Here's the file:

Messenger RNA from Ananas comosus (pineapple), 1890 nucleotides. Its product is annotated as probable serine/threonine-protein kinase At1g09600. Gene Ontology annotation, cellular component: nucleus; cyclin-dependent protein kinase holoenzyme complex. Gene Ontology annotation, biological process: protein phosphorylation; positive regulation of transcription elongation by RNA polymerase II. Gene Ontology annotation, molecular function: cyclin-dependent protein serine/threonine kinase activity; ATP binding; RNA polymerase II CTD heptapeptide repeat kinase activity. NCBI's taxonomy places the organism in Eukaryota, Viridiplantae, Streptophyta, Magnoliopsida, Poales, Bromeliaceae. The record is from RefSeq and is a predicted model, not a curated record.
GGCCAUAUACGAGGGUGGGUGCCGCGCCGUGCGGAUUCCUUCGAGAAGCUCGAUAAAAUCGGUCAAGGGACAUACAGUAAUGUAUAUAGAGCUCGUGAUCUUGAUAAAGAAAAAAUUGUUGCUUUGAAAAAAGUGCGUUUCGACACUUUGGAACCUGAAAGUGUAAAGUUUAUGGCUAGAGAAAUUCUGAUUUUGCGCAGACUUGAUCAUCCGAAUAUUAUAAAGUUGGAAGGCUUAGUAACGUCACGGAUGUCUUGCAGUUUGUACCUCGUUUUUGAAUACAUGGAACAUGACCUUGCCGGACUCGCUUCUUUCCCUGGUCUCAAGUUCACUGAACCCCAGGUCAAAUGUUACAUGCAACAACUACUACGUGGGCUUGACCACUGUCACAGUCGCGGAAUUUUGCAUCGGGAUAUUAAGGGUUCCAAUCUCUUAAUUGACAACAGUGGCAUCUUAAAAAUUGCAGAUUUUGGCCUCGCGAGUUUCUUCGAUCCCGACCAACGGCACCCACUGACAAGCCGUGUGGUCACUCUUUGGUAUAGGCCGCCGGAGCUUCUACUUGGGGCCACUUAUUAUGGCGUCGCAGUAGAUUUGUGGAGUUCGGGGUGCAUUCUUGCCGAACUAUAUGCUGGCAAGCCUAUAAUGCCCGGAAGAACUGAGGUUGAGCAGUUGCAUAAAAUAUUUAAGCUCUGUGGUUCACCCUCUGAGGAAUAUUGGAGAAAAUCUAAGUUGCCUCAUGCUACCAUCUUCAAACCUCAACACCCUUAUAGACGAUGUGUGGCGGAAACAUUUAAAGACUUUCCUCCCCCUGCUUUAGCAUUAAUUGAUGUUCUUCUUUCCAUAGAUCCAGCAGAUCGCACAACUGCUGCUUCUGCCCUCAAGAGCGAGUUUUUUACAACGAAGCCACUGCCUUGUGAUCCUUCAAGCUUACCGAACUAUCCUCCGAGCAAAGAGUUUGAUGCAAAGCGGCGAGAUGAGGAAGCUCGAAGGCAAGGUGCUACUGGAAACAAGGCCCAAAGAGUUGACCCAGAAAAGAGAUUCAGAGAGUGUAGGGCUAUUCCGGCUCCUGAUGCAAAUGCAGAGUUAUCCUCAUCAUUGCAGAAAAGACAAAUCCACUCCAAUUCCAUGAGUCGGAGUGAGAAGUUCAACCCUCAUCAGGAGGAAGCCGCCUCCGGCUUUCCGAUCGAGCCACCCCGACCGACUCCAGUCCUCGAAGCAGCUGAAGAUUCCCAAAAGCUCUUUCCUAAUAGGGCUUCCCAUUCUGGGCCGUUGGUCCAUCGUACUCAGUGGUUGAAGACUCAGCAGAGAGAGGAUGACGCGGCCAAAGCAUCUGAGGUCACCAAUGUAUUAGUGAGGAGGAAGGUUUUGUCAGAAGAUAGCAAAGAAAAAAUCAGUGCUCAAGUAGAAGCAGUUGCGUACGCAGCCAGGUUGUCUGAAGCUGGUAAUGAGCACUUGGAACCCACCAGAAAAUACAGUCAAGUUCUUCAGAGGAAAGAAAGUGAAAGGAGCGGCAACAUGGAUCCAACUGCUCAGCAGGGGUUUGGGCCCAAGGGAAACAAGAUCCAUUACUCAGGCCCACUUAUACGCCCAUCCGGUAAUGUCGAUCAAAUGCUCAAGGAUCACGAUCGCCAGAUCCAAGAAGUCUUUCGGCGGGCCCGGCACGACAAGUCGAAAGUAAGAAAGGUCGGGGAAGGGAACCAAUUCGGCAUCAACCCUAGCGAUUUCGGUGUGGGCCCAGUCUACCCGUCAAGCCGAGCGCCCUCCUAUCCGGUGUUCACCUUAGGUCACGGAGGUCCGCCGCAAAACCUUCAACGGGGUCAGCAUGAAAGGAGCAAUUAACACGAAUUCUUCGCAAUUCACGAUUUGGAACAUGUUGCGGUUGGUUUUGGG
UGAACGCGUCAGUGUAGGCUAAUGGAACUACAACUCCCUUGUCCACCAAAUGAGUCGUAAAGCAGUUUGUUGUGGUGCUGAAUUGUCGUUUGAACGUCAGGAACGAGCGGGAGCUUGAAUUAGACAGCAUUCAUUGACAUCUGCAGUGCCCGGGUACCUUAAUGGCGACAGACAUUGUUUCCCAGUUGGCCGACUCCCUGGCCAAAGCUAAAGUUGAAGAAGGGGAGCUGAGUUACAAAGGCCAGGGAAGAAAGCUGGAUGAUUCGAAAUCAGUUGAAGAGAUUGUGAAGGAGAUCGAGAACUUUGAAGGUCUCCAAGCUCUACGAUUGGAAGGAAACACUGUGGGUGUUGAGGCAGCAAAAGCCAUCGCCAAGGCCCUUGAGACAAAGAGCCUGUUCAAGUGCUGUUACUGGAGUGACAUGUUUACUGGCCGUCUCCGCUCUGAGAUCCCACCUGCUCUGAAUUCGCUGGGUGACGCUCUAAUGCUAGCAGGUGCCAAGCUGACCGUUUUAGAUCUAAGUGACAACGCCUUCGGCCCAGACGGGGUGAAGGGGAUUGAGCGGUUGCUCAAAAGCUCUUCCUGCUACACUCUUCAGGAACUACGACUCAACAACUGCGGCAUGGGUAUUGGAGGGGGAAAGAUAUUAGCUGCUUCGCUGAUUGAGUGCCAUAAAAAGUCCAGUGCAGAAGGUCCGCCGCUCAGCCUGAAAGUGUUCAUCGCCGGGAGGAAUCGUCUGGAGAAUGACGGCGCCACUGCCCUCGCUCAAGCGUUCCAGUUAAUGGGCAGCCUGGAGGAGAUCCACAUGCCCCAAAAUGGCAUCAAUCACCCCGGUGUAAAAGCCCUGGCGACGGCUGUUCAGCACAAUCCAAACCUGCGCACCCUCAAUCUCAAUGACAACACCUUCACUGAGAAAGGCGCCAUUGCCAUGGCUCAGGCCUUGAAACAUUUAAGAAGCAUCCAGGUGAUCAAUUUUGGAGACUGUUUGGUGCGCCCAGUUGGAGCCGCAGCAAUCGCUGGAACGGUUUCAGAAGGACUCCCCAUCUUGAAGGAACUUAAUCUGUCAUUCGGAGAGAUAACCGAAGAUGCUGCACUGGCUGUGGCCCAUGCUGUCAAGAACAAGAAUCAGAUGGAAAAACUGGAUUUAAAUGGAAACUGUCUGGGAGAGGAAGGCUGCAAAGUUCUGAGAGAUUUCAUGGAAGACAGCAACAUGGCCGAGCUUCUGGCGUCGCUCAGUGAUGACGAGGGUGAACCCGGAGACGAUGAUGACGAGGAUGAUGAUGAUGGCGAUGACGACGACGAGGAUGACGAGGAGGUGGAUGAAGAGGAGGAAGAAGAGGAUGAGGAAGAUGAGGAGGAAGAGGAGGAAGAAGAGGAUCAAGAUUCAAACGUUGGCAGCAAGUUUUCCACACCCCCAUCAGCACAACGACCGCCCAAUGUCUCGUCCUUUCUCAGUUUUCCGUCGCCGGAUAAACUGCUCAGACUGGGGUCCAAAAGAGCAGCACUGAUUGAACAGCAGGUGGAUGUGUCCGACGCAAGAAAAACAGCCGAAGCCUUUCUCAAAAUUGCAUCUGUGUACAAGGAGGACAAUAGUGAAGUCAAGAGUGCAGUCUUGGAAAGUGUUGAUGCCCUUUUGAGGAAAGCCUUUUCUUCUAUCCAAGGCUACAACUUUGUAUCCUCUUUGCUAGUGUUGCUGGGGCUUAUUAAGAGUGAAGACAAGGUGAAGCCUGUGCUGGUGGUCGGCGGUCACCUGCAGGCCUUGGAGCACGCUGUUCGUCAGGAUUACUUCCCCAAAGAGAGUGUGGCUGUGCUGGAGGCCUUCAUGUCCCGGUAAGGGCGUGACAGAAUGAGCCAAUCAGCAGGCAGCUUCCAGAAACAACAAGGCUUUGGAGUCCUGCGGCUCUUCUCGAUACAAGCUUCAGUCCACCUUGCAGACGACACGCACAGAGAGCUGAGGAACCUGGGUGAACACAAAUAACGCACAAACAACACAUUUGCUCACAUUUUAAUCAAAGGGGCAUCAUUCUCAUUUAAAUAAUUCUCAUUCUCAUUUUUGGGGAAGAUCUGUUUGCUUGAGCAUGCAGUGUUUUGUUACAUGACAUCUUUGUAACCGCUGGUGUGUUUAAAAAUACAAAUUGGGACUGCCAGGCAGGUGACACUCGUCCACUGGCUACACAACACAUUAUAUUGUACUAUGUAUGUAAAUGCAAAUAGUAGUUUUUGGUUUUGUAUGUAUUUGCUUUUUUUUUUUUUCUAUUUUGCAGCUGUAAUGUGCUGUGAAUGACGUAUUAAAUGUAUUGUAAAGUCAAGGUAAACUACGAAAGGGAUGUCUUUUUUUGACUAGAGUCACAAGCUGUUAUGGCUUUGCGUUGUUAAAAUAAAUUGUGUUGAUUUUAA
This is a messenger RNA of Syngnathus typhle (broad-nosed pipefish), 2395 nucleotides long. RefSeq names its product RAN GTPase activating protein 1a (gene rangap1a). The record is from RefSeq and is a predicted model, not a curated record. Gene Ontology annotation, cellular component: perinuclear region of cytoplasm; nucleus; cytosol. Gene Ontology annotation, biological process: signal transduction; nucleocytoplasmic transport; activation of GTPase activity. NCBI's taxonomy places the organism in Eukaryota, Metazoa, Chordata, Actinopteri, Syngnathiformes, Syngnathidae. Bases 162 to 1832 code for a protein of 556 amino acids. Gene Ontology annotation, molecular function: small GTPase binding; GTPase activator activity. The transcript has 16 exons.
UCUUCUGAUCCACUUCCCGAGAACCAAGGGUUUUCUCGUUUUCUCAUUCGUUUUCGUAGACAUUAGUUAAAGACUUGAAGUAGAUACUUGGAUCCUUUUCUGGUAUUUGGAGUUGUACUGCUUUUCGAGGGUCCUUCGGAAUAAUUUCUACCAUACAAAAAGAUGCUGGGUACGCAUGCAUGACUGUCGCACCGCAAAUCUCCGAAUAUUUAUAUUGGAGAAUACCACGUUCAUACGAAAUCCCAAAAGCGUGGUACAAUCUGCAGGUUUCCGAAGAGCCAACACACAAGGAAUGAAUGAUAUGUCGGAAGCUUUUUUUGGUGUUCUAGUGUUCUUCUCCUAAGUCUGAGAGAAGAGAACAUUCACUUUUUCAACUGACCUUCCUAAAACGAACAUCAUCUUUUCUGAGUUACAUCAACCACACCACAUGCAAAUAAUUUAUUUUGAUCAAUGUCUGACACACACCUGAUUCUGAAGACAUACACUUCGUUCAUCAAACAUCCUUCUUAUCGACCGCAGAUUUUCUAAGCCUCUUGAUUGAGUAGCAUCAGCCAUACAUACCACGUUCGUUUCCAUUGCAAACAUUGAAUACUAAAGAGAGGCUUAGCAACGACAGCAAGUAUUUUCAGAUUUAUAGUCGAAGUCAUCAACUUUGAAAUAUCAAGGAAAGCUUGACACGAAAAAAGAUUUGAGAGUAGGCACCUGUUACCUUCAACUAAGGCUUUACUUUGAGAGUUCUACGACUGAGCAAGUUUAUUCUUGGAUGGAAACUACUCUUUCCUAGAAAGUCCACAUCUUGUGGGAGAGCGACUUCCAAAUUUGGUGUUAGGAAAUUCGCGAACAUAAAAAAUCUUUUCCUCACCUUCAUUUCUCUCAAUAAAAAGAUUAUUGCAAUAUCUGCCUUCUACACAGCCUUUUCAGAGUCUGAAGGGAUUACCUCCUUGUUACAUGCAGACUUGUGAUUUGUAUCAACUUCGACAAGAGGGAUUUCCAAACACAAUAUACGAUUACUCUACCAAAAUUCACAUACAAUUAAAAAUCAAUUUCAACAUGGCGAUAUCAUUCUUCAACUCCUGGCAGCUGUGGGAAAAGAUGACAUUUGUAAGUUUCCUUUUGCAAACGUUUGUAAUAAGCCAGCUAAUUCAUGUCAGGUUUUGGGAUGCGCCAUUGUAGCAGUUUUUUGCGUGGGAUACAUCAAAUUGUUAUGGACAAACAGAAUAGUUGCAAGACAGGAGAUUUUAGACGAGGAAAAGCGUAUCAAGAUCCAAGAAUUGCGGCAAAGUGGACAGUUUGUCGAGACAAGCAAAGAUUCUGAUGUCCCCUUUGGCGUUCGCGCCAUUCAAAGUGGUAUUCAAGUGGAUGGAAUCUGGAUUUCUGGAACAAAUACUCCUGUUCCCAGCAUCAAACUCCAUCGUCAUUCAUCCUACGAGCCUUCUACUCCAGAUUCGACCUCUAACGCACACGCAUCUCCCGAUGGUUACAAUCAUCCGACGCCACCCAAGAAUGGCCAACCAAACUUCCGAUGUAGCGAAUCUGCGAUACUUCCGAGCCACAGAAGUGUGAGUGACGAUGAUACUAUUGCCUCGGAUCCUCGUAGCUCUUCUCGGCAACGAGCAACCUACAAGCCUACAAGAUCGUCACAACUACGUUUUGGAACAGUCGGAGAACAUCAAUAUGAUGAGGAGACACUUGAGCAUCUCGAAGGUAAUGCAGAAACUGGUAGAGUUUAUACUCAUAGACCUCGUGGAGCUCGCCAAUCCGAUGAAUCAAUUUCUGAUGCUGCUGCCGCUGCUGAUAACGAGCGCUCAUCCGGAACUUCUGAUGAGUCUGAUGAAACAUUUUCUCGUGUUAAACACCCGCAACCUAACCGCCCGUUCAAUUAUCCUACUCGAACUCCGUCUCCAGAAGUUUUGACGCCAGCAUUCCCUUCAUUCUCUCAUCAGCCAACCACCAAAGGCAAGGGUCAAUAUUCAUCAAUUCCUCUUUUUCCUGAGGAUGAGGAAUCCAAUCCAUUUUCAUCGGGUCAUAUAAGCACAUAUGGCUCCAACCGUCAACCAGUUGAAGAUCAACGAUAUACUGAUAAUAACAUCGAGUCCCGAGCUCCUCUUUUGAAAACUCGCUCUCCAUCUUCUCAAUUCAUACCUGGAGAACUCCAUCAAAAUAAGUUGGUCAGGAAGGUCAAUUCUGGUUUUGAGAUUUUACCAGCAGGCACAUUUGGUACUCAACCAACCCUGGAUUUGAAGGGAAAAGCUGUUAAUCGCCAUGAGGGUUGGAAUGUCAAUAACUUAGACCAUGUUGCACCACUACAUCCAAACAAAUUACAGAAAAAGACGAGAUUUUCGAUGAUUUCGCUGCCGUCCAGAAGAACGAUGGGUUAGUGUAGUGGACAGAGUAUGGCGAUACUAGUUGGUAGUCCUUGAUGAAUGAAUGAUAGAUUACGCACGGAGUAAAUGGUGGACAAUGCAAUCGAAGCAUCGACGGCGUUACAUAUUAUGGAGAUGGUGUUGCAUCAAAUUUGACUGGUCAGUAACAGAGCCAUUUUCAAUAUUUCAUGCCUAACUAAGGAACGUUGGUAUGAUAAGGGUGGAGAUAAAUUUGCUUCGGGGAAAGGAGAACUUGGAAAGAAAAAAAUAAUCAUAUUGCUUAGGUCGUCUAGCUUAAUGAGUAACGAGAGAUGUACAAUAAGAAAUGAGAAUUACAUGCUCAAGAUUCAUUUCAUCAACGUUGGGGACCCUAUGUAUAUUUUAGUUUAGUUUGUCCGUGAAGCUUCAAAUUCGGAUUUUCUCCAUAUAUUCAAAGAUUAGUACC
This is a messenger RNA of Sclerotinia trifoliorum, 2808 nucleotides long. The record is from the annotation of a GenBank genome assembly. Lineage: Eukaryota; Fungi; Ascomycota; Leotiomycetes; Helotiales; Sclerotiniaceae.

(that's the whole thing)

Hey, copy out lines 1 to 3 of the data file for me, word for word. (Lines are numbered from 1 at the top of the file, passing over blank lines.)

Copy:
Messenger RNA from Ananas comosus (pineapple), 1890 nucleotides. Its product is annotated as probable serine/threonine-protein kinase At1g09600. Gene Ontology annotation, cellular component: nucleus; cyclin-dependent protein kinase holoenzyme complex. Gene Ontology annotation, biological process: protein phosphorylation; positive regulation of transcription elongation by RNA polymerase II. Gene Ontology annotation, molecular function: cyclin-dependent protein serine/threonine kinase activity; ATP binding; RNA polymerase II CTD heptapeptide repeat kinase activity. NCBI's taxonomy places the organism in Eukaryota, Viridiplantae, Streptophyta, Magnoliopsida, Poales, Bromeliaceae. The record is from RefSeq and is a predicted model, not a curated record.
GGCCAUAUACGAGGGUGGGUGCCGCGCCGUGCGGAUUCCUUCGAGAAGCUCGAUAAAAUCGGUCAAGGGACAUACAGUAAUGUAUAUAGAGCUCGUGAUCUUGAUAAAGAAAAAAUUGUUGCUUUGAAAAAAGUGCGUUUCGACACUUUGGAACCUGAAAGUGUAAAGUUUAUGGCUAGAGAAAUUCUGAUUUUGCGCAGACUUGAUCAUCCGAAUAUUAUAAAGUUGGAAGGCUUAGUAACGUCACGGAUGUCUUGCAGUUUGUACCUCGUUUUUGAAUACAUGGAACAUGACCUUGCCGGACUCGCUUCUUUCCCUGGUCUCAAGUUCACUGAACCCCAGGUCAAAUGUUACAUGCAACAACUACUACGUGGGCUUGACCACUGUCACAGUCGCGGAAUUUUGCAUCGGGAUAUUAAGGGUUCCAAUCUCUUAAUUGACAACAGUGGCAUCUUAAAAAUUGCAGAUUUUGGCCUCGCGAGUUUCUUCGAUCCCGACCAACGGCACCCACUGACAAGCCGUGUGGUCACUCUUUGGUAUAGGCCGCCGGAGCUUCUACUUGGGGCCACUUAUUAUGGCGUCGCAGUAGAUUUGUGGAGUUCGGGGUGCAUUCUUGCCGAACUAUAUGCUGGCAAGCCUAUAAUGCCCGGAAGAACUGAGGUUGAGCAGUUGCAUAAAAUAUUUAAGCUCUGUGGUUCACCCUCUGAGGAAUAUUGGAGAAAAUCUAAGUUGCCUCAUGCUACCAUCUUCAAACCUCAACACCCUUAUAGACGAUGUGUGGCGGAAACAUUUAAAGACUUUCCUCCCCCUGCUUUAGCAUUAAUUGAUGUUCUUCUUUCCAUAGAUCCAGCAGAUCGCACAACUGCUGCUUCUGCCCUCAAGAGCGAGUUUUUUACAACGAAGCCACUGCCUUGUGAUCCUUCAAGCUUACCGAACUAUCCUCCGAGCAAAGAGUUUGAUGCAAAGCGGCGAGAUGAGGAAGCUCGAAGGCAAGGUGCUACUGGAAACAAGGCCCAAAGAGUUGACCCAGAAAAGAGAUUCAGAGAGUGUAGGGCUAUUCCGGCUCCUGAUGCAAAUGCAGAGUUAUCCUCAUCAUUGCAGAAAAGACAAAUCCACUCCAAUUCCAUGAGUCGGAGUGAGAAGUUCAACCCUCAUCAGGAGGAAGCCGCCUCCGGCUUUCCGAUCGAGCCACCCCGACCGACUCCAGUCCUCGAAGCAGCUGAAGAUUCCCAAAAGCUCUUUCCUAAUAGGGCUUCCCAUUCUGGGCCGUUGGUCCAUCGUACUCAGUGGUUGAAGACUCAGCAGAGAGAGGAUGACGCGGCCAAAGCAUCUGAGGUCACCAAUGUAUUAGUGAGGAGGAAGGUUUUGUCAGAAGAUAGCAAAGAAAAAAUCAGUGCUCAAGUAGAAGCAGUUGCGUACGCAGCCAGGUUGUCUGAAGCUGGUAAUGAGCACUUGGAACCCACCAGAAAAUACAGUCAAGUUCUUCAGAGGAAAGAAAGUGAAAGGAGCGGCAACAUGGAUCCAACUGCUCAGCAGGGGUUUGGGCCCAAGGGAAACAAGAUCCAUUACUCAGGCCCACUUAUACGCCCAUCCGGUAAUGUCGAUCAAAUGCUCAAGGAUCACGAUCGCCAGAUCCAAGAAGUCUUUCGGCGGGCCCGGCACGACAAGUCGAAAGUAAGAAAGGUCGGGGAAGGGAACCAAUUCGGCAUCAACCCUAGCGAUUUCGGUGUGGGCCCAGUCUACCCGUCAAGCCGAGCGCCCUCCUAUCCGGUGUUCACCUUAGGUCACGGAGGUCCGCCGCAAAACCUUCAACGGGGUCAGCAUGAAAGGAGCAAUUAACACGAAUUCUUCGCAAUUCACGAUUUGGAACAUGUUGCGGUUGGUUUUGGG
UGAACGCGUCAGUGUAGGCUAAUGGAACUACAACUCCCUUGUCCACCAAAUGAGUCGUAAAGCAGUUUGUUGUGGUGCUGAAUUGUCGUUUGAACGUCAGGAACGAGCGGGAGCUUGAAUUAGACAGCAUUCAUUGACAUCUGCAGUGCCCGGGUACCUUAAUGGCGACAGACAUUGUUUCCCAGUUGGCCGACUCCCUGGCCAAAGCUAAAGUUGAAGAAGGGGAGCUGAGUUACAAAGGCCAGGGAAGAAAGCUGGAUGAUUCGAAAUCAGUUGAAGAGAUUGUGAAGGAGAUCGAGAACUUUGAAGGUCUCCAAGCUCUACGAUUGGAAGGAAACACUGUGGGUGUUGAGGCAGCAAAAGCCAUCGCCAAGGCCCUUGAGACAAAGAGCCUGUUCAAGUGCUGUUACUGGAGUGACAUGUUUACUGGCCGUCUCCGCUCUGAGAUCCCACCUGCUCUGAAUUCGCUGGGUGACGCUCUAAUGCUAGCAGGUGCCAAGCUGACCGUUUUAGAUCUAAGUGACAACGCCUUCGGCCCAGACGGGGUGAAGGGGAUUGAGCGGUUGCUCAAAAGCUCUUCCUGCUACACUCUUCAGGAACUACGACUCAACAACUGCGGCAUGGGUAUUGGAGGGGGAAAGAUAUUAGCUGCUUCGCUGAUUGAGUGCCAUAAAAAGUCCAGUGCAGAAGGUCCGCCGCUCAGCCUGAAAGUGUUCAUCGCCGGGAGGAAUCGUCUGGAGAAUGACGGCGCCACUGCCCUCGCUCAAGCGUUCCAGUUAAUGGGCAGCCUGGAGGAGAUCCACAUGCCCCAAAAUGGCAUCAAUCACCCCGGUGUAAAAGCCCUGGCGACGGCUGUUCAGCACAAUCCAAACCUGCGCACCCUCAAUCUCAAUGACAACACCUUCACUGAGAAAGGCGCCAUUGCCAUGGCUCAGGCCUUGAAACAUUUAAGAAGCAUCCAGGUGAUCAAUUUUGGAGACUGUUUGGUGCGCCCAGUUGGAGCCGCAGCAAUCGCUGGAACGGUUUCAGAAGGACUCCCCAUCUUGAAGGAACUUAAUCUGUCAUUCGGAGAGAUAACCGAAGAUGCUGCACUGGCUGUGGCCCAUGCUGUCAAGAACAAGAAUCAGAUGGAAAAACUGGAUUUAAAUGGAAACUGUCUGGGAGAGGAAGGCUGCAAAGUUCUGAGAGAUUUCAUGGAAGACAGCAACAUGGCCGAGCUUCUGGCGUCGCUCAGUGAUGACGAGGGUGAACCCGGAGACGAUGAUGACGAGGAUGAUGAUGAUGGCGAUGACGACGACGAGGAUGACGAGGAGGUGGAUGAAGAGGAGGAAGAAGAGGAUGAGGAAGAUGAGGAGGAAGAGGAGGAAGAAGAGGAUCAAGAUUCAAACGUUGGCAGCAAGUUUUCCACACCCCCAUCAGCACAACGACCGCCCAAUGUCUCGUCCUUUCUCAGUUUUCCGUCGCCGGAUAAACUGCUCAGACUGGGGUCCAAAAGAGCAGCACUGAUUGAACAGCAGGUGGAUGUGUCCGACGCAAGAAAAACAGCCGAAGCCUUUCUCAAAAUUGCAUCUGUGUACAAGGAGGACAAUAGUGAAGUCAAGAGUGCAGUCUUGGAAAGUGUUGAUGCCCUUUUGAGGAAAGCCUUUUCUUCUAUCCAAGGCUACAACUUUGUAUCCUCUUUGCUAGUGUUGCUGGGGCUUAUUAAGAGUGAAGACAAGGUGAAGCCUGUGCUGGUGGUCGGCGGUCACCUGCAGGCCUUGGAGCACGCUGUUCGUCAGGAUUACUUCCCCAAAGAGAGUGUGGCUGUGCUGGAGGCCUUCAUGUCCCGGUAAGGGCGUGACAGAAUGAGCCAAUCAGCAGGCAGCUUCCAGAAACAACAAGGCUUUGGAGUCCUGCGGCUCUUCUCGAUACAAGCUUCAGUCCACCUUGCAGACGACACGCACAGAGAGCUGAGGAACCUGGGUGAACACAAAUAACGCACAAACAACACAUUUGCUCACAUUUUAAUCAAAGGGGCAUCAUUCUCAUUUAAAUAAUUCUCAUUCUCAUUUUUGGGGAAGAUCUGUUUGCUUGAGCAUGCAGUGUUUUGUUACAUGACAUCUUUGUAACCGCUGGUGUGUUUAAAAAUACAAAUUGGGACUGCCAGGCAGGUGACACUCGUCCACUGGCUACACAACACAUUAUAUUGUACUAUGUAUGUAAAUGCAAAUAGUAGUUUUUGGUUUUGUAUGUAUUUGCUUUUUUUUUUUUUCUAUUUUGCAGCUGUAAUGUGCUGUGAAUGACGUAUUAAAUGUAUUGUAAAGUCAAGGUAAACUACGAAAGGGAUGUCUUUUUUUGACUAGAGUCACAAGCUGUUAUGGCUUUGCGUUGUUAAAAUAAAUUGUGUUGAUUUUAA